The Henry Luce Foundation has awarded a three-year, $425,000 grant to Methodist Theological School in Ohio to support the establishment of the Seminary Environmental Leadership Initiative. The grant will be shared by MTSO, the Interfaith Center for Sustainable Development, and the Green Seminary Initiative, a project of Drew Theological School and GreenFaith.
A growing number of seminary leaders in diverse settings recognize the moral imperative to play a role in the care of God’s creation, but they face significant challenges in addressing environmental issues on their own. The Seminary Environmental Leadership Initiative aims to establish best practices and offer resources for seminaries that wish to engage in environmental issues academically and institutionally.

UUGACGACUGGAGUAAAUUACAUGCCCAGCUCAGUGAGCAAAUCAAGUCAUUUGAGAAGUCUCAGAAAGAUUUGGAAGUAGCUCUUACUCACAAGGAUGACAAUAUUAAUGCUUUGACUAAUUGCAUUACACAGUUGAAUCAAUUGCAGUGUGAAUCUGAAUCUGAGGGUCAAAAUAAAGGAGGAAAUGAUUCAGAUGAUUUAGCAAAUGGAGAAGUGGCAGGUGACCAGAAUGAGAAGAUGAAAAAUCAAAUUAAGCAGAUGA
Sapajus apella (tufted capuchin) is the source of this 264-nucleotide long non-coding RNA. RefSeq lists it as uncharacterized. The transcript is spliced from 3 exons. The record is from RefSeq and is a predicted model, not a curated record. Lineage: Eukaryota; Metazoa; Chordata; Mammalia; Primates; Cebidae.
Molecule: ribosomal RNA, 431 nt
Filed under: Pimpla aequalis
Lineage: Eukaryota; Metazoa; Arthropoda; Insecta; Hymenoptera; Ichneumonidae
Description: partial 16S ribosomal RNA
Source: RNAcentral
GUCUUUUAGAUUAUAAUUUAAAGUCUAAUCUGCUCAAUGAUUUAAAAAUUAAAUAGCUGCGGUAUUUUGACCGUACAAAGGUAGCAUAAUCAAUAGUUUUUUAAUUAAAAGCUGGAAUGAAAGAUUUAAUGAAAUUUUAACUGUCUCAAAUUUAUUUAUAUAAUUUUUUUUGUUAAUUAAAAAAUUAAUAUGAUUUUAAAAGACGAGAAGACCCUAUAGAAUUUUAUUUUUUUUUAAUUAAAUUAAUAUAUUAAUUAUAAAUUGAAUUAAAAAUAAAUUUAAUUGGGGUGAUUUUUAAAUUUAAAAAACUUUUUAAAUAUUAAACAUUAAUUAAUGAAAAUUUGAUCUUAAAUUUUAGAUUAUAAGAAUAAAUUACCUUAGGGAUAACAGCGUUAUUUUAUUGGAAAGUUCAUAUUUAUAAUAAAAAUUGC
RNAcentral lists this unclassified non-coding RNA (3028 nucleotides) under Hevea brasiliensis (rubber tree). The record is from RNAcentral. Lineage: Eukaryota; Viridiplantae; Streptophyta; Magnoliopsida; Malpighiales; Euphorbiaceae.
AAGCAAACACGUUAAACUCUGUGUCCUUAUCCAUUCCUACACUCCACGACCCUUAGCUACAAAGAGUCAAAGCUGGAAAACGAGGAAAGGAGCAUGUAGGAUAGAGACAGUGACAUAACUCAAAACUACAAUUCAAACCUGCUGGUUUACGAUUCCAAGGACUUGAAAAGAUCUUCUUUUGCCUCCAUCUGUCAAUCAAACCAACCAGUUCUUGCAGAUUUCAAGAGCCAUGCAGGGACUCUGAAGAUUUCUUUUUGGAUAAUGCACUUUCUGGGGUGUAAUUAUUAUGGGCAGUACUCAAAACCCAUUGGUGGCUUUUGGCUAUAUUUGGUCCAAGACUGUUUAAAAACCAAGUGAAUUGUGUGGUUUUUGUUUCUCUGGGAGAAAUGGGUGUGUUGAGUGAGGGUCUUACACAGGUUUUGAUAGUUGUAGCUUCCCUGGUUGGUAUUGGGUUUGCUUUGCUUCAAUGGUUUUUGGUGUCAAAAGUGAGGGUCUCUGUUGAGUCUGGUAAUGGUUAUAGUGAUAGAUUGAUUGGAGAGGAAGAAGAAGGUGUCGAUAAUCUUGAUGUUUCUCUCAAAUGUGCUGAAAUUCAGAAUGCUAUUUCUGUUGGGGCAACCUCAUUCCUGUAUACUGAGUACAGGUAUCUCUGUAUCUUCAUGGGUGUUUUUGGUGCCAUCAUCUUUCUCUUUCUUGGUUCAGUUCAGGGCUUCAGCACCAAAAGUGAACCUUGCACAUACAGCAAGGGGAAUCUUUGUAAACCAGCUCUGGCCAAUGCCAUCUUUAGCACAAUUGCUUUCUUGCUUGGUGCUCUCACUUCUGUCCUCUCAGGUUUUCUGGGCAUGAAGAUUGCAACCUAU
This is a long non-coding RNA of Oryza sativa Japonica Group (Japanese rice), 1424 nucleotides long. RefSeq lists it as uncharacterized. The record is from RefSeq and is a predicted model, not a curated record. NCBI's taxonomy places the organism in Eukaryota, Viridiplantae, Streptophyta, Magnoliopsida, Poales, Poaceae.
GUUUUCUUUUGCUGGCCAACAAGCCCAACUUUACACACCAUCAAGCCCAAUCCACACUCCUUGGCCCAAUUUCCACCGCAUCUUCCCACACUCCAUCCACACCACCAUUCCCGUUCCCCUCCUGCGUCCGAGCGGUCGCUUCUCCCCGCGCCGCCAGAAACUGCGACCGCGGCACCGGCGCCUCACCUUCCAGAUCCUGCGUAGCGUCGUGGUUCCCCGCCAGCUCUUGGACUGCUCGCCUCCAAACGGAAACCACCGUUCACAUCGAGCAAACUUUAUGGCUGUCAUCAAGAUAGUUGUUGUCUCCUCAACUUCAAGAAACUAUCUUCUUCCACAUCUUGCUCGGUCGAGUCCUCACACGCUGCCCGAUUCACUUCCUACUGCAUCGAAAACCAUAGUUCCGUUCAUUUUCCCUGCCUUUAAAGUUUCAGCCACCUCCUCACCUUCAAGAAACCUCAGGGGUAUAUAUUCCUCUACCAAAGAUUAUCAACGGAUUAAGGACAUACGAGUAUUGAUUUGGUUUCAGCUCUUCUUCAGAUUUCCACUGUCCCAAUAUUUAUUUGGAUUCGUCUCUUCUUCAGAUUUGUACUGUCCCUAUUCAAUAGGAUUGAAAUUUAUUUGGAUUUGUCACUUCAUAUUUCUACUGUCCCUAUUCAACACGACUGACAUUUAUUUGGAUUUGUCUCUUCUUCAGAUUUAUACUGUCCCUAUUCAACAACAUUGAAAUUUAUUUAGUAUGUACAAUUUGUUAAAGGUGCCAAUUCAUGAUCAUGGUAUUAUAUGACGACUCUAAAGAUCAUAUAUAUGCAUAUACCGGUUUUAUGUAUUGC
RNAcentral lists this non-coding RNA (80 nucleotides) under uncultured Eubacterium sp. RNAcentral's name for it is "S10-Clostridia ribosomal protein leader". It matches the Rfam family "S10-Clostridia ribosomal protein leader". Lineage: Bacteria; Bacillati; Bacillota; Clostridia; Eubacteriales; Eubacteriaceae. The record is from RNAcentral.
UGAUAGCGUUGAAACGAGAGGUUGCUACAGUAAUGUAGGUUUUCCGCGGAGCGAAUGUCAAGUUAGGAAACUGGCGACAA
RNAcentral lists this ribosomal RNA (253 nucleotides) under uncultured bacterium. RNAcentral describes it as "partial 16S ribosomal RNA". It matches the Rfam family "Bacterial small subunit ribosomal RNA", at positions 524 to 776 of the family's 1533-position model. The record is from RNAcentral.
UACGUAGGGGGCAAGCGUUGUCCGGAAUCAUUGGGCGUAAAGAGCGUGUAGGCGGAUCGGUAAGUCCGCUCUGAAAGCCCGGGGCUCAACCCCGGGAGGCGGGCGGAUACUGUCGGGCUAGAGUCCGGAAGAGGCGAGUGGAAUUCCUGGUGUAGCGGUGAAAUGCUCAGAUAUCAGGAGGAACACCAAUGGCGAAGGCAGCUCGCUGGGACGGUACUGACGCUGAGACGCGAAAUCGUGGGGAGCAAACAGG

Funds from the grant will be used to advance seminary environmental engagement through two lines of action.
The Green Seminary Initiative, under the leadership of Rev. Fletcher Harper and Dr. Laurel Kearns, will enroll up to 10 seminaries nationwide in the Seminary Environmental Certification Program, a three-year process through which the schools will integrate environmental protection and care into the areas of education, worship and spiritual formation, facility and grounds maintenance, community leadership, and governance. GSI will provide extensive support and guidance for participating schools and will create a community of practice among faculty, administrators, facility staff, trustees and students.
In addition, GSI and MTSO will join with Rabbi Yonatan Neril and the Interfaith Center for Sustainable Development to lead six Seminary Faith and Ecology Conferences at locations throughout the United States. Each conference is expected to involve 50-75 seminary faculty and staff, focusing on emerging pedagogical approaches to faith and ecology.